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Funkentelechy Vs. the Placebo Syndrome

Parliament

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Album Review

Parliament simply poured it on for this amazing album, clearly one of its all-time best. At least one band named itself after a lyric — Urge Overkill, taken from the song "Funkentelechy" itself — while the amount of times this album has been sampled for the music is uncountable. Besides having an absolutely wonderful name, it contained at least three of the finest Parliament tunes ever, including arguably its signature song. "Flash Light," which closes Funkentelechy on a riotous high, has it all — a brilliant fake ending, instant singalong value, a synth-bassline to kill for from Bernie Worrell, and so much more. As the album ends, so too does it begin, with a stone-cold classic — "Bop Gun (Endangered Species)." Starting with a brisk little guitar figure and beat, it turns into an instant party on all fronts, with great lead vocals and an addictive chorus, the Horny Horns and company hitting the grooves and blasting hard. Worrell's laser noises and shimmering keyboard leads and Cordell Mosson's monster bass squelches send everything all that much more over the top. Another song title says it all — "Sir Nose D'Voidoffunk (Pay Attention — B3M)." Treated with vocoders to an absurd degree, Sir Nose became the legendary enemy of funk, specifically the Starchild, on many a P-Funk recording (that's the two of them on the hilarious cover, the Starchild himself operating the Bop Gun). The throwaway lines in this song are almost legendary in and of themselves, while the music itself is a great slow build and burn rhythm that piles more on as it goes, with singers, horns, and more taking it to a climax. "Funkentelechy" and "The Placebo Syndrome" both have plenty of goodness as well, while "Wizards of Finance" is an amusing retro diversion, helping make Funkentelechy the highlight it is.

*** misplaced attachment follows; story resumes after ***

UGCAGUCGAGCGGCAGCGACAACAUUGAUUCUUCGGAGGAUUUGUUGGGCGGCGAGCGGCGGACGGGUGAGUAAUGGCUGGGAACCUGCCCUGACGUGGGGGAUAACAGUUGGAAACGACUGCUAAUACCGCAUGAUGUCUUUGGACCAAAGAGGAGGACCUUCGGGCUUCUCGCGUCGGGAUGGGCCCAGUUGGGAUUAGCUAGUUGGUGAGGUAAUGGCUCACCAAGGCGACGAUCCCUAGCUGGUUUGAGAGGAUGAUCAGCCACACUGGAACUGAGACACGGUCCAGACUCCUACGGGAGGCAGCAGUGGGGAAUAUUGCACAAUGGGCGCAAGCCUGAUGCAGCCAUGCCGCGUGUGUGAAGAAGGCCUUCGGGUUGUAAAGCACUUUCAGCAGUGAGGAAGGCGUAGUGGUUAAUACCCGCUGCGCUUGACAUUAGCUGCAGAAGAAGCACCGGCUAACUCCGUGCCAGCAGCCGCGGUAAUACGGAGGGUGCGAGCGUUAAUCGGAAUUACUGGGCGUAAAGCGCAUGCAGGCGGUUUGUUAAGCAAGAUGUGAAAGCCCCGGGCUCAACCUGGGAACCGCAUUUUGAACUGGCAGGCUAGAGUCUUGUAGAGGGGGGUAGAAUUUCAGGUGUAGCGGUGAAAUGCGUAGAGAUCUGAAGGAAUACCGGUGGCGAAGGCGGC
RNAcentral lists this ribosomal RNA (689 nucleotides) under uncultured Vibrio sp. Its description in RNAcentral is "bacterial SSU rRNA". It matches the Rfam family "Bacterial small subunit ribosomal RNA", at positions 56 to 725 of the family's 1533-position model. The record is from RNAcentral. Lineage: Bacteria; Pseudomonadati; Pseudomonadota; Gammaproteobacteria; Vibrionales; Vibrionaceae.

Biography

Formed: 1970 in Detroit, MI

Genre: R&B/Soul

Years Active: '60s, '70s, '80s, '90s, '00s

Inspired by Motown's assembly line of sound, George Clinton gradually put together a collective of over 50 musicians and recorded the ensemble during the '70s both as Parliament and Funkadelic. While Funkadelic pursued band-format psychedelic rock, Parliament engaged in a funk free-for-all, blending influences from the godfathers (James Brown and Sly Stone) with freaky costumes and themes inspired by '60s acid culture and science fiction. From its 1970 inception until Clinton's dissolving of Parliament...
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